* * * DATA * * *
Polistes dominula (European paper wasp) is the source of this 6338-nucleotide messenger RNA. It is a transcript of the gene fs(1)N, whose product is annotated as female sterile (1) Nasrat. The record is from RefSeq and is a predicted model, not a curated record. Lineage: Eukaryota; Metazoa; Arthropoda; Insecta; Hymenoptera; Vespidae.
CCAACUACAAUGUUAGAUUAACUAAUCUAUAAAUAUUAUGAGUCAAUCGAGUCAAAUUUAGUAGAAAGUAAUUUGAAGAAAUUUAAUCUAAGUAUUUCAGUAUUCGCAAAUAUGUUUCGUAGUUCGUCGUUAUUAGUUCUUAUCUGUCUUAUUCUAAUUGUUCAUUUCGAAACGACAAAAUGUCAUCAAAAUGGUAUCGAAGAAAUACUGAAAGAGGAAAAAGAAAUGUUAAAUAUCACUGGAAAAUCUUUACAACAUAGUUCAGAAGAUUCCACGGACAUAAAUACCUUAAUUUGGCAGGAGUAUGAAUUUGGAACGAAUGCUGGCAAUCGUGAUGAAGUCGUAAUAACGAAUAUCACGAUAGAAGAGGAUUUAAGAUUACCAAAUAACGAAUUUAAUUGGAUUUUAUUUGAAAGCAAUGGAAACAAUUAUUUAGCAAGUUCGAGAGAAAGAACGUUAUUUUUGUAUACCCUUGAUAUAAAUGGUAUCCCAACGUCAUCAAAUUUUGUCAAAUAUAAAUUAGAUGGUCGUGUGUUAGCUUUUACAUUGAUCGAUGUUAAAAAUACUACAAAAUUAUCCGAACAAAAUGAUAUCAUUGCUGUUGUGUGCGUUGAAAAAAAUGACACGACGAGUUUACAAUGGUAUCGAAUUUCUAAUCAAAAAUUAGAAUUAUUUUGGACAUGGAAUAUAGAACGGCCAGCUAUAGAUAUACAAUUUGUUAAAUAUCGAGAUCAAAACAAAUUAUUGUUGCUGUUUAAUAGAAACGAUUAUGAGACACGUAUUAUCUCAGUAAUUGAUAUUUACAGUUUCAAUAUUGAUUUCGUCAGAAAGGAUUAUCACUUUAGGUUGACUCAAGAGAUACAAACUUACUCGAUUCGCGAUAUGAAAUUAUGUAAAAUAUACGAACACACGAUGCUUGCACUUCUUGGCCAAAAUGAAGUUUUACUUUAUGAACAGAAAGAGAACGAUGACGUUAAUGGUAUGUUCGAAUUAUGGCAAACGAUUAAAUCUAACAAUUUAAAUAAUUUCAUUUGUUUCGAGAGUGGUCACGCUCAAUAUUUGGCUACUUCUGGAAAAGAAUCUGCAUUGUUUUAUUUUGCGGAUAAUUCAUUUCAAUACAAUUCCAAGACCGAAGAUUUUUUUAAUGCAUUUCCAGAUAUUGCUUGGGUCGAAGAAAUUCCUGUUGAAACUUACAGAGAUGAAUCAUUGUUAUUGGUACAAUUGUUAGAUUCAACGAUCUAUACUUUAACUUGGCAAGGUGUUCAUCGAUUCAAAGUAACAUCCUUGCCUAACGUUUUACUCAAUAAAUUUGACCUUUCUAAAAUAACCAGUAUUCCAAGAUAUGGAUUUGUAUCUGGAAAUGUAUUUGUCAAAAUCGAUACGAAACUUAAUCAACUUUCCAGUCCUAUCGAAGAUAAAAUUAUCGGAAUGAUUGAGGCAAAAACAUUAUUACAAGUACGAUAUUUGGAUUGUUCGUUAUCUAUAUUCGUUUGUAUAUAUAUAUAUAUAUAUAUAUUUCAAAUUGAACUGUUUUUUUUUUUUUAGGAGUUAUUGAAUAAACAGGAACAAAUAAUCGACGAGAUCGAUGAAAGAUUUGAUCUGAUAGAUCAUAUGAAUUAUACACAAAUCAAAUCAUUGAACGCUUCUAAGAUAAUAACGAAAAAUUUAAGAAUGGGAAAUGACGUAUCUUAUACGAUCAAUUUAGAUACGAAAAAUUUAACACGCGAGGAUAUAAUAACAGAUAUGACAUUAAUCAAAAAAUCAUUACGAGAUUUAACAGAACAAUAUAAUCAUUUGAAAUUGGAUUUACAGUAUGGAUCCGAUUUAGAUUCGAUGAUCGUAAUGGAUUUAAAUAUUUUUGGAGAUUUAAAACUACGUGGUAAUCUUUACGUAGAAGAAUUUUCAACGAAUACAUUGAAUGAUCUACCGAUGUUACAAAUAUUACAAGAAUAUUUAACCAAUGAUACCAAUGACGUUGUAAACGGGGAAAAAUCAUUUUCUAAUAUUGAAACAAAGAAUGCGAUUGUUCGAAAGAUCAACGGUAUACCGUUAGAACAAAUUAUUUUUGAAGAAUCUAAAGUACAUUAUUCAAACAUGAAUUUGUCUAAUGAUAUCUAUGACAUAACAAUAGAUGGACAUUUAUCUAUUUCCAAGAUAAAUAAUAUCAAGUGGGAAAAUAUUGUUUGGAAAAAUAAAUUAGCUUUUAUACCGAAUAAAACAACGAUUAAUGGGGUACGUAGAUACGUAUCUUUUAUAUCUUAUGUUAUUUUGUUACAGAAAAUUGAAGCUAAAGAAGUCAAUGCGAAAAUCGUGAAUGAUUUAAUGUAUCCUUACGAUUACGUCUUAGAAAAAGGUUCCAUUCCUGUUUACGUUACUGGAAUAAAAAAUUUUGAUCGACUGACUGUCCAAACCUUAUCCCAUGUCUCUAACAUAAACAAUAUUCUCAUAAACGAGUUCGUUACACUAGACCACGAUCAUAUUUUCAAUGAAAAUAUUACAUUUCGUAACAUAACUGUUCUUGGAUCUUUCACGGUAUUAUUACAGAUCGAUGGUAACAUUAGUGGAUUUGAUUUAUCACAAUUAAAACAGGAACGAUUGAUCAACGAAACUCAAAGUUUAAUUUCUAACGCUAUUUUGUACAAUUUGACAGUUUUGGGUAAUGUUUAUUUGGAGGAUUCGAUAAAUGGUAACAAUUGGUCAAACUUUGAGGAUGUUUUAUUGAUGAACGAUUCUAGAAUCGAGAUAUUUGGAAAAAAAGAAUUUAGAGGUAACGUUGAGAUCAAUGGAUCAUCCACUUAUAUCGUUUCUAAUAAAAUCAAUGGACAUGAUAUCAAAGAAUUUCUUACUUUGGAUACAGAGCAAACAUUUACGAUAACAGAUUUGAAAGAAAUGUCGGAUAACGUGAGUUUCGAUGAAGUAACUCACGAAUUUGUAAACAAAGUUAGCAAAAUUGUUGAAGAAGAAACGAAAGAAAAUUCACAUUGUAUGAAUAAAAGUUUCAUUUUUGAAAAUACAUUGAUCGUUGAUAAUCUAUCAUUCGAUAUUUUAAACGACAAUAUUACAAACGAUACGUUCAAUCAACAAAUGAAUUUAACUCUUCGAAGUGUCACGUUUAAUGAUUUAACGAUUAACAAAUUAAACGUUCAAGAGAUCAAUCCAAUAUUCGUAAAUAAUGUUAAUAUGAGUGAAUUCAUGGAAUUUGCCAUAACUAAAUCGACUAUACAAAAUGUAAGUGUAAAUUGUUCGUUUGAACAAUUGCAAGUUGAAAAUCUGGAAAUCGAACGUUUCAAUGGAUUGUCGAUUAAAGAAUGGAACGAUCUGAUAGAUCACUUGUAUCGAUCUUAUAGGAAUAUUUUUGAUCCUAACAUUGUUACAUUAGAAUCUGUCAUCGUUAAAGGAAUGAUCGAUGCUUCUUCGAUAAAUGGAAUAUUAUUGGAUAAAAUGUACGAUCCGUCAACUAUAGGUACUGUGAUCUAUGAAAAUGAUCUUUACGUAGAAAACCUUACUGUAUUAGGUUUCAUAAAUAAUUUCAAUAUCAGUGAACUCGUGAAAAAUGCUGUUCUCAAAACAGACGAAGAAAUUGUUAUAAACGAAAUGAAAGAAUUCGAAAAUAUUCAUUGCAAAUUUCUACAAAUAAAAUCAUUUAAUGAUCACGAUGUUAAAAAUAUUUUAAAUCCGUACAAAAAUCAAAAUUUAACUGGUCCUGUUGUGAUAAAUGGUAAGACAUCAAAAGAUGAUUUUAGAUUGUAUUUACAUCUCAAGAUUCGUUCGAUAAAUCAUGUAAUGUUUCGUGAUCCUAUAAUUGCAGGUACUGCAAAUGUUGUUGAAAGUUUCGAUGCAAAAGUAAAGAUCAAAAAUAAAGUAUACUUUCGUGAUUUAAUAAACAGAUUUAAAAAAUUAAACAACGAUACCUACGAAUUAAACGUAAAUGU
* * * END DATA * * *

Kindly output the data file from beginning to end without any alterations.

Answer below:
Polistes dominula (European paper wasp) is the source of this 6338-nucleotide messenger RNA. It is a transcript of the gene fs(1)N, whose product is annotated as female sterile (1) Nasrat. The record is from RefSeq and is a predicted model, not a curated record. Lineage: Eukaryota; Metazoa; Arthropoda; Insecta; Hymenoptera; Vespidae.
CCAACUACAAUGUUAGAUUAACUAAUCUAUAAAUAUUAUGAGUCAAUCGAGUCAAAUUUAGUAGAAAGUAAUUUGAAGAAAUUUAAUCUAAGUAUUUCAGUAUUCGCAAAUAUGUUUCGUAGUUCGUCGUUAUUAGUUCUUAUCUGUCUUAUUCUAAUUGUUCAUUUCGAAACGACAAAAUGUCAUCAAAAUGGUAUCGAAGAAAUACUGAAAGAGGAAAAAGAAAUGUUAAAUAUCACUGGAAAAUCUUUACAACAUAGUUCAGAAGAUUCCACGGACAUAAAUACCUUAAUUUGGCAGGAGUAUGAAUUUGGAACGAAUGCUGGCAAUCGUGAUGAAGUCGUAAUAACGAAUAUCACGAUAGAAGAGGAUUUAAGAUUACCAAAUAACGAAUUUAAUUGGAUUUUAUUUGAAAGCAAUGGAAACAAUUAUUUAGCAAGUUCGAGAGAAAGAACGUUAUUUUUGUAUACCCUUGAUAUAAAUGGUAUCCCAACGUCAUCAAAUUUUGUCAAAUAUAAAUUAGAUGGUCGUGUGUUAGCUUUUACAUUGAUCGAUGUUAAAAAUACUACAAAAUUAUCCGAACAAAAUGAUAUCAUUGCUGUUGUGUGCGUUGAAAAAAAUGACACGACGAGUUUACAAUGGUAUCGAAUUUCUAAUCAAAAAUUAGAAUUAUUUUGGACAUGGAAUAUAGAACGGCCAGCUAUAGAUAUACAAUUUGUUAAAUAUCGAGAUCAAAACAAAUUAUUGUUGCUGUUUAAUAGAAACGAUUAUGAGACACGUAUUAUCUCAGUAAUUGAUAUUUACAGUUUCAAUAUUGAUUUCGUCAGAAAGGAUUAUCACUUUAGGUUGACUCAAGAGAUACAAACUUACUCGAUUCGCGAUAUGAAAUUAUGUAAAAUAUACGAACACACGAUGCUUGCACUUCUUGGCCAAAAUGAAGUUUUACUUUAUGAACAGAAAGAGAACGAUGACGUUAAUGGUAUGUUCGAAUUAUGGCAAACGAUUAAAUCUAACAAUUUAAAUAAUUUCAUUUGUUUCGAGAGUGGUCACGCUCAAUAUUUGGCUACUUCUGGAAAAGAAUCUGCAUUGUUUUAUUUUGCGGAUAAUUCAUUUCAAUACAAUUCCAAGACCGAAGAUUUUUUUAAUGCAUUUCCAGAUAUUGCUUGGGUCGAAGAAAUUCCUGUUGAAACUUACAGAGAUGAAUCAUUGUUAUUGGUACAAUUGUUAGAUUCAACGAUCUAUACUUUAACUUGGCAAGGUGUUCAUCGAUUCAAAGUAACAUCCUUGCCUAACGUUUUACUCAAUAAAUUUGACCUUUCUAAAAUAACCAGUAUUCCAAGAUAUGGAUUUGUAUCUGGAAAUGUAUUUGUCAAAAUCGAUACGAAACUUAAUCAACUUUCCAGUCCUAUCGAAGAUAAAAUUAUCGGAAUGAUUGAGGCAAAAACAUUAUUACAAGUACGAUAUUUGGAUUGUUCGUUAUCUAUAUUCGUUUGUAUAUAUAUAUAUAUAUAUAUAUUUCAAAUUGAACUGUUUUUUUUUUUUUAGGAGUUAUUGAAUAAACAGGAACAAAUAAUCGACGAGAUCGAUGAAAGAUUUGAUCUGAUAGAUCAUAUGAAUUAUACACAAAUCAAAUCAUUGAACGCUUCUAAGAUAAUAACGAAAAAUUUAAGAAUGGGAAAUGACGUAUCUUAUACGAUCAAUUUAGAUACGAAAAAUUUAACACGCGAGGAUAUAAUAACAGAUAUGACAUUAAUCAAAAAAUCAUUACGAGAUUUAACAGAACAAUAUAAUCAUUUGAAAUUGGAUUUACAGUAUGGAUCCGAUUUAGAUUCGAUGAUCGUAAUGGAUUUAAAUAUUUUUGGAGAUUUAAAACUACGUGGUAAUCUUUACGUAGAAGAAUUUUCAACGAAUACAUUGAAUGAUCUACCGAUGUUACAAAUAUUACAAGAAUAUUUAACCAAUGAUACCAAUGACGUUGUAAACGGGGAAAAAUCAUUUUCUAAUAUUGAAACAAAGAAUGCGAUUGUUCGAAAGAUCAACGGUAUACCGUUAGAACAAAUUAUUUUUGAAGAAUCUAAAGUACAUUAUUCAAACAUGAAUUUGUCUAAUGAUAUCUAUGACAUAACAAUAGAUGGACAUUUAUCUAUUUCCAAGAUAAAUAAUAUCAAGUGGGAAAAUAUUGUUUGGAAAAAUAAAUUAGCUUUUAUACCGAAUAAAACAACGAUUAAUGGGGUACGUAGAUACGUAUCUUUUAUAUCUUAUGUUAUUUUGUUACAGAAAAUUGAAGCUAAAGAAGUCAAUGCGAAAAUCGUGAAUGAUUUAAUGUAUCCUUACGAUUACGUCUUAGAAAAAGGUUCCAUUCCUGUUUACGUUACUGGAAUAAAAAAUUUUGAUCGACUGACUGUCCAAACCUUAUCCCAUGUCUCUAACAUAAACAAUAUUCUCAUAAACGAGUUCGUUACACUAGACCACGAUCAUAUUUUCAAUGAAAAUAUUACAUUUCGUAACAUAACUGUUCUUGGAUCUUUCACGGUAUUAUUACAGAUCGAUGGUAACAUUAGUGGAUUUGAUUUAUCACAAUUAAAACAGGAACGAUUGAUCAACGAAACUCAAAGUUUAAUUUCUAACGCUAUUUUGUACAAUUUGACAGUUUUGGGUAAUGUUUAUUUGGAGGAUUCGAUAAAUGGUAACAAUUGGUCAAACUUUGAGGAUGUUUUAUUGAUGAACGAUUCUAGAAUCGAGAUAUUUGGAAAAAAAGAAUUUAGAGGUAACGUUGAGAUCAAUGGAUCAUCCACUUAUAUCGUUUCUAAUAAAAUCAAUGGACAUGAUAUCAAAGAAUUUCUUACUUUGGAUACAGAGCAAACAUUUACGAUAACAGAUUUGAAAGAAAUGUCGGAUAACGUGAGUUUCGAUGAAGUAACUCACGAAUUUGUAAACAAAGUUAGCAAAAUUGUUGAAGAAGAAACGAAAGAAAAUUCACAUUGUAUGAAUAAAAGUUUCAUUUUUGAAAAUACAUUGAUCGUUGAUAAUCUAUCAUUCGAUAUUUUAAACGACAAUAUUACAAACGAUACGUUCAAUCAACAAAUGAAUUUAACUCUUCGAAGUGUCACGUUUAAUGAUUUAACGAUUAACAAAUUAAACGUUCAAGAGAUCAAUCCAAUAUUCGUAAAUAAUGUUAAUAUGAGUGAAUUCAUGGAAUUUGCCAUAACUAAAUCGACUAUACAAAAUGUAAGUGUAAAUUGUUCGUUUGAACAAUUGCAAGUUGAAAAUCUGGAAAUCGAACGUUUCAAUGGAUUGUCGAUUAAAGAAUGGAACGAUCUGAUAGAUCACUUGUAUCGAUCUUAUAGGAAUAUUUUUGAUCCUAACAUUGUUACAUUAGAAUCUGUCAUCGUUAAAGGAAUGAUCGAUGCUUCUUCGAUAAAUGGAAUAUUAUUGGAUAAAAUGUACGAUCCGUCAACUAUAGGUACUGUGAUCUAUGAAAAUGAUCUUUACGUAGAAAACCUUACUGUAUUAGGUUUCAUAAAUAAUUUCAAUAUCAGUGAACUCGUGAAAAAUGCUGUUCUCAAAACAGACGAAGAAAUUGUUAUAAACGAAAUGAAAGAAUUCGAAAAUAUUCAUUGCAAAUUUCUACAAAUAAAAUCAUUUAAUGAUCACGAUGUUAAAAAUAUUUUAAAUCCGUACAAAAAUCAAAAUUUAACUGGUCCUGUUGUGAUAAAUGGUAAGACAUCAAAAGAUGAUUUUAGAUUGUAUUUACAUCUCAAGAUUCGUUCGAUAAAUCAUGUAAUGUUUCGUGAUCCUAUAAUUGCAGGUACUGCAAAUGUUGUUGAAAGUUUCGAUGCAAAAGUAAAGAUCAAAAAUAAAGUAUACUUUCGUGAUUUAAUAAACAGAUUUAAAAAAUUAAACAACGAUACCUACGAAUUAAACGUAAAUGU